[dropcap size=small]A[/dropcap]fter spending 45 hours a week staring at my work screen, lunch break is a precious reprieve.
So imagine my joy – or lack thereof – when my editor declared, too gleefully for my liking, that I should have lunch at my desk for two weeks straight to test out food delivery services that have popped up on the scene.
“I am going to be constantly hungry, and that will make me very cranky,” I warned, the prospect of subsisting on just greens for two weeks already putting a crease between my brows. The thought of having to reschedule appointments and turn down a couple of exciting luncheons wasn’t thrilling either.
This grouchy mood carried on into the first day, when I found myself giving up lunch at Toby’s Estate in Robertson Quay and rushing back to office from a meeting to collect my bright blue carton of Korean bibimbap from Dosirak. Shaking the sauce and ingredients was fun, but returning to an office devoid of colleagues just felt like I had been left out of the party.
Luckily, the rest of the two weeks passed by a lot quicker than expected, albeit with some rookie mistakes on my part. For instance, thanks to a call I had to take at 11.50am on Day 3, I missed the daily cut-off time of 12noon to place my order with Grain (cut-off time has since changed to 10am), and had to settle for lunch from the canteen instead. On Day 6, I ordered up a storm from different vendors with Hawker Express, not realising I had sent riders from Bedok to Newton to get my lunch. The wait ended up being nearly two hours, but my nasi lemak and ramly burger tasted even better to my ravenous self.
The highlight were the days my colleagues camped in and joined me on my quest. New entrant Deliveroo impressed us by delivering cafe nosh like truffle fries and duck confit croissants in just under 32 minutes, as promised. And where I once associated Food Panda with fast-food deliveries from Burger King and Carls Jr, its recent partnership with more restaurants means delicious lunches like slow-smoked beef brisket from popular joint Meat Smith.
In the end, it turned out to be two weeks of much better eating that I expected. So good, in fact, that I was secretly a tad happy to be back on a simpler fish soup on Day 11.
But the next time I crave brunch nosh at 1pm in the office, I’ll know just who to call.
THEY GOT GAME
Tristan Torres, general manager of Deliveroo Singapore, shares how the UK-based new entrant on the local food delivery market sets itself apart from the competition.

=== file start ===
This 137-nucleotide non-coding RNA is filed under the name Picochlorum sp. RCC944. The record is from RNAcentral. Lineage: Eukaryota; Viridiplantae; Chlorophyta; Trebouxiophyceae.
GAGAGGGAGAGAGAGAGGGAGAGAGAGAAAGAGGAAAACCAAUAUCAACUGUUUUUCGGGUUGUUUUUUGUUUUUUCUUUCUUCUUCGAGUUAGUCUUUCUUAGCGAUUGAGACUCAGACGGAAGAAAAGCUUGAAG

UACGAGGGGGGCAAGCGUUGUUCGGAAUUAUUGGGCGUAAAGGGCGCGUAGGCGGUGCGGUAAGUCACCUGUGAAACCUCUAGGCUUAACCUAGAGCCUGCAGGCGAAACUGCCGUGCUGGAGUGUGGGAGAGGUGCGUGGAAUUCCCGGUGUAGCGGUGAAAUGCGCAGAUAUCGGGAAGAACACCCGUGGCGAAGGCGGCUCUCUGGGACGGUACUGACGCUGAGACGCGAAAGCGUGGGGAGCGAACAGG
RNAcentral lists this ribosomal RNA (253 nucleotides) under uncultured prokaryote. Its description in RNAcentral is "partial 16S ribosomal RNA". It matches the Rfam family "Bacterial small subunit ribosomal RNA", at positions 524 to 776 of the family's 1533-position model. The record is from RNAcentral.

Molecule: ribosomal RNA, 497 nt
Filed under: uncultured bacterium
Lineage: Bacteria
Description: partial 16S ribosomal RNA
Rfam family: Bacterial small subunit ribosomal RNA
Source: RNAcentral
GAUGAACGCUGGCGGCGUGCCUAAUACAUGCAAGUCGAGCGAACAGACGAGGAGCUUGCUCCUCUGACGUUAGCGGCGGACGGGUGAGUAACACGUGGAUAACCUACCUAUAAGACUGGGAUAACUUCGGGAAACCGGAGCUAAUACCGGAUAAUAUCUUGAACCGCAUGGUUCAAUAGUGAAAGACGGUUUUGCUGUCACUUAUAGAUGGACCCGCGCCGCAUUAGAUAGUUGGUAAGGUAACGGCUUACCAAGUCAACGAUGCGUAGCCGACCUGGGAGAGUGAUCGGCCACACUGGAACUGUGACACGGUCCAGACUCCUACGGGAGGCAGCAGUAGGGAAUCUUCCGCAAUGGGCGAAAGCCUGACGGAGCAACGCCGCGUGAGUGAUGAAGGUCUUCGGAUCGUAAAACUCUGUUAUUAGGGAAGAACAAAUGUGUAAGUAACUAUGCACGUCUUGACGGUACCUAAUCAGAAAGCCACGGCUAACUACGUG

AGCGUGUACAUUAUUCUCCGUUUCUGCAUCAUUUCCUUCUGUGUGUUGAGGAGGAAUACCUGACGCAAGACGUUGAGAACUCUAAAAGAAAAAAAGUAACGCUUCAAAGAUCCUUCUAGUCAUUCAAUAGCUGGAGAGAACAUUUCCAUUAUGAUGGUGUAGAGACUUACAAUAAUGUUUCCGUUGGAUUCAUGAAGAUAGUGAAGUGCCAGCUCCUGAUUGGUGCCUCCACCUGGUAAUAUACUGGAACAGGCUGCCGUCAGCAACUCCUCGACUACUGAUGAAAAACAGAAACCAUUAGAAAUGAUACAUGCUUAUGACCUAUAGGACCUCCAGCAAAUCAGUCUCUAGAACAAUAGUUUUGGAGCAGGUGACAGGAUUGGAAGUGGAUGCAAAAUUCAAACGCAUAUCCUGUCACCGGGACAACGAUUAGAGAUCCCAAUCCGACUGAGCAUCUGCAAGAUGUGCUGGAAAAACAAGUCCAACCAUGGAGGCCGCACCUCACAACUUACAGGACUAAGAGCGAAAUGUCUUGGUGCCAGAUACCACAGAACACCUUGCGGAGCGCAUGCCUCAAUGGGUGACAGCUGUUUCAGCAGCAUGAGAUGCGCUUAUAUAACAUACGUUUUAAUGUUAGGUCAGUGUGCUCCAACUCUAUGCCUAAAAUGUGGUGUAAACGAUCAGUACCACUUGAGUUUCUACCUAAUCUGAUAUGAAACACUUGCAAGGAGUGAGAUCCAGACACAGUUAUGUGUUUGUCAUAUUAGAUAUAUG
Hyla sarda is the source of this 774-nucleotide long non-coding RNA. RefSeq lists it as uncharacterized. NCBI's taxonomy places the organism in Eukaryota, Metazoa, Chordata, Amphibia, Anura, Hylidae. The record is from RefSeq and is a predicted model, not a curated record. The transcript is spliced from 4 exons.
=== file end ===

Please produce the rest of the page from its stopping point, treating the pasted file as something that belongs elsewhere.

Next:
How does Deliveroo position itself differently from its competitors?
Deliveroo partners popular restaurants that don’t typically offer takeaway services, like Potato Head and P.S Cafe. Our average delivery time from the minute a customer places his order is 32 minutes, and our app allows you to track the movement and the status of your food.
We contact our customers if deliveries are delayed even for a minute, and compensate them in the form of a voucher.
What do customers expect when it comes to receiving their meals, and how does Deliveroo meet this?
Convenience, speed and whether the food is served in optimal condition. We deliver only one meal per rider, so this allows us to be super-efficient and fast.
What are the challenges working with restaurants versus fast-food outlets?
Getting the packaging and quality of the food right for a good customer experience. I’m always meeting chefs and they are very particular about these standards, so we have to work together to find the right packaging that will keep the food well and also let us deliver it fast.
AT A GLANCE
The who, what, where and when of desk lunch delivery
#1: Saint Pierre Marketplace
What: Healthy salads and tortilla wraps from award-winning chef Emmanuel Stroobant.
Where: Delivery within Ngee Ann City only, with a $10 fee.
How: Orders must be made before 10am. Tel: 6694-4414; E-mail: email@example.com
What: Restaurant nosh delivered in 30 minutes.
Where: Currently delivers to 14 areas such as Bukit Timah, the CBD, Bishan and Tampines. Delivery is $3 flat, with a $5 surcharge for orders less than $25.
How: Enter your postal code into www.deliveroo.com.sg and let the site show you your options.
#3: Park Bench Deli
What: Gourmet sandwiches with generous fillings.
Where: CBD area through Deliveroo. Deliveries to selected areas outside CBD through website (parkbenchdeli.com) at a flat fee of $16.
What: A fuss-free delivery service with a fixed menu that rotates weekly.
Where: Island-wide delivery. Free delivery around the CBD and Marina Bay area, and $9.50 everywhere else.
How: Order and view the weekly menu at www.grain.com.sg.
bibimbap served shaken, not stirred.
Where: Island-wide, with additional $4 to $6 depending on location. Free delivery in the CBD for minimum four boxes.
How: Order at least three hours before you expect the food to be delivered. firstname.lastname@example.org
#6: Food Matters
What: Healthy versions of local, fusion and Western meals.
Where: Anywhere in Singapore.
How: Sign up for a monthly subscription plan at sg.foodmatters.me. Packages start from $40 for four meals to $140 for 20 meals a month.
#7: The Foodist
What: A tasting menu of the restaurant’s highlights.
Where: Minimum order starts from five sets with advance notice.
How: Order online at www.thefoodist.com.sg or e-mail email@example.com
#8: Hawker Express
What: Hawker food from well-loved stalls around the island.
Where: Delivers anywhere, from multiple outlets.
How: Check out the list of hawkers to order from at hawkerexpress.com
#9: Food Panda
What: Recently rebranded to include new vendors like The Assembly Ground, Nandos, 4 Fingers Crispy Chicken and Meat Smith.
Where: Islandwide delivery.
How: Key in your postal code at www.foodpanda.sg to see what vendors deliver to your area.